tered the affairs of the colony for six years and thirty-one days. As a Governor, he was beloved by all the colonists, to whom he was truly a father and a friend. His humanity to the unfortunate prisoners under his care, was most conspicuous—being ever more ready to pardon than to punish the offender. He was always ready in attending to, and complying with, the wants and wishes of all classes of the people. He had been for upwards of thirty-six years in the Royal Marine Forces. In his youth he had served several campaigns in America, under his father, General Collins; and was at the battle of Bunker's Hill. In New South Wales, he had been in actual employment nearly a quarter of a century; having, when a Captain in his corps, been appointed Judge Advocate, on the first Establishment of that colony, under Governor Phillip. In this situation he continued until the year 1796, when he returned to England, and there published his history of the colony, in two quarto volumes; and was afterwards reinstated by his late Majesty to all the rank he had lost in the Army by accepting a civil appointment, as Judge Advocate. His known abilities, long services, and great local knowledge, then gained him the high office of Governor."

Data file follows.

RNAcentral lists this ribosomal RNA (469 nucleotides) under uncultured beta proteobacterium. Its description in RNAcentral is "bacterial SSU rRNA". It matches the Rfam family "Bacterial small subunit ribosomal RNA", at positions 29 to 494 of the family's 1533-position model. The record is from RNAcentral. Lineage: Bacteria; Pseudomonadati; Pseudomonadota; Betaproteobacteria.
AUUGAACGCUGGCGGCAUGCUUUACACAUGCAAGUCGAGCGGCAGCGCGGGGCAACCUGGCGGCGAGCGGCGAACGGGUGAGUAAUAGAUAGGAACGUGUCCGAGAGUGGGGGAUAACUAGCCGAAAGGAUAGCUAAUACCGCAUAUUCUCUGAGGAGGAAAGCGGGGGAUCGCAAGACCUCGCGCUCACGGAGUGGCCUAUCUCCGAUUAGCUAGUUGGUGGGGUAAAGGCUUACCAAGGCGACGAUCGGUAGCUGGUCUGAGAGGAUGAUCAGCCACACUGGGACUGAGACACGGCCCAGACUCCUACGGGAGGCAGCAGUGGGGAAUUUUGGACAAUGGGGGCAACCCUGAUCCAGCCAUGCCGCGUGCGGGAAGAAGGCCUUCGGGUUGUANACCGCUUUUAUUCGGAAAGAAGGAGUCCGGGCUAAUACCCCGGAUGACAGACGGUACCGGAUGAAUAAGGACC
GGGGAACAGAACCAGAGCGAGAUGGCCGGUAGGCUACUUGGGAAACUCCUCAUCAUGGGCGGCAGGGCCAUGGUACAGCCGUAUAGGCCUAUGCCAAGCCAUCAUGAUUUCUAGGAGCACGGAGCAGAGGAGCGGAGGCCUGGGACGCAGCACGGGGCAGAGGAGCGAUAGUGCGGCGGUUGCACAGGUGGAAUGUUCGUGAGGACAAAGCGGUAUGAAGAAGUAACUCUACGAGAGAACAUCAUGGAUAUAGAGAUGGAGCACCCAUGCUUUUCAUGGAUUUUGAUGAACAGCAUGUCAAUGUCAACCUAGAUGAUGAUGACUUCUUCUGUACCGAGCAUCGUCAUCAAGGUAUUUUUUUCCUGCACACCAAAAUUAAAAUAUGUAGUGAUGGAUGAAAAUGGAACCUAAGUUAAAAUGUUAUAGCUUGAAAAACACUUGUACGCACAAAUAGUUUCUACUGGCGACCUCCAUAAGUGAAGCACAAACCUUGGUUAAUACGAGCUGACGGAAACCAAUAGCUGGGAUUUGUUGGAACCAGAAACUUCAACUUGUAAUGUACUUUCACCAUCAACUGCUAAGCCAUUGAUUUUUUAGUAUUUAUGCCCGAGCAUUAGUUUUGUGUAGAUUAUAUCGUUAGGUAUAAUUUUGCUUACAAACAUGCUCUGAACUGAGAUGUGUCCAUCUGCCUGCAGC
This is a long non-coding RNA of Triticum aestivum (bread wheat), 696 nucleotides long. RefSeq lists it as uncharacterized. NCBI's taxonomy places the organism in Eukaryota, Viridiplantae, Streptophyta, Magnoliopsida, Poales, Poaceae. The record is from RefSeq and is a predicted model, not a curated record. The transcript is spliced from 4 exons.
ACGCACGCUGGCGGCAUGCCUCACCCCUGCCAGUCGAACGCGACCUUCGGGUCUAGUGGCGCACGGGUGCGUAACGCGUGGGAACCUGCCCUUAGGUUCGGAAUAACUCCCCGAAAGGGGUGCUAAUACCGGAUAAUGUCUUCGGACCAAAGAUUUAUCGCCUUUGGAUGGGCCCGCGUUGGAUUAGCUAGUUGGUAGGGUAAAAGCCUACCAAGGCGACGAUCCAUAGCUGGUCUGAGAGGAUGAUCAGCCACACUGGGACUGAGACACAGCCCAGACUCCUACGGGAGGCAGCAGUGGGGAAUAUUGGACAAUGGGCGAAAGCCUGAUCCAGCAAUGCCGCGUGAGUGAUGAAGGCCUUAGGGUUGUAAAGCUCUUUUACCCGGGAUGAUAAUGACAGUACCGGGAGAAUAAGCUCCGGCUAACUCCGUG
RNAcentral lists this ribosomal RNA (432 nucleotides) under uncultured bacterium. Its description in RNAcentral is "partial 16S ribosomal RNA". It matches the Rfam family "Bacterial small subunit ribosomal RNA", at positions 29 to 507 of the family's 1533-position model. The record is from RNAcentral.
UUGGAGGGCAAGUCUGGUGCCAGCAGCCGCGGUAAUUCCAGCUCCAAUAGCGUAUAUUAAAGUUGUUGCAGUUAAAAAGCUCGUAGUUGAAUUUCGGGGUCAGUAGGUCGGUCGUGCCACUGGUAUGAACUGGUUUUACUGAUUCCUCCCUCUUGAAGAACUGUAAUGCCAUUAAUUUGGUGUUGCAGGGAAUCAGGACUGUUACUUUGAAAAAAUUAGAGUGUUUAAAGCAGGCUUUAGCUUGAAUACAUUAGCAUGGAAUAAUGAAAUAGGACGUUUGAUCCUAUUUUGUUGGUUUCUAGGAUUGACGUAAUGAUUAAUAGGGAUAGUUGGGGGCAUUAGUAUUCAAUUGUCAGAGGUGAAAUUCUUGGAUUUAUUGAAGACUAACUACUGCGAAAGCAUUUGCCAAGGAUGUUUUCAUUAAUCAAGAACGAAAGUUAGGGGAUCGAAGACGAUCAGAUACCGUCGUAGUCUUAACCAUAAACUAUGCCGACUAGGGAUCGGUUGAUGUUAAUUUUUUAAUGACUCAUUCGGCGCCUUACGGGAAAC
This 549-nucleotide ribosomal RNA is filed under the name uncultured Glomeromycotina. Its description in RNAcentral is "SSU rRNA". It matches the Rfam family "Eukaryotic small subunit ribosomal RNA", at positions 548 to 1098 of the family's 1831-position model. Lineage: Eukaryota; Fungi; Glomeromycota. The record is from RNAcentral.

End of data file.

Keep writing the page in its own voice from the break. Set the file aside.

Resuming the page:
In justice to the memory of this excellent man, we give the following extract from Babrington's History of New South Wales:—
"Colonel David Collins was the eldest son of General Arthur Tooker Collins and Harriet Frazer, of Pack, in the King's County, Ireland, and grandson of Arthur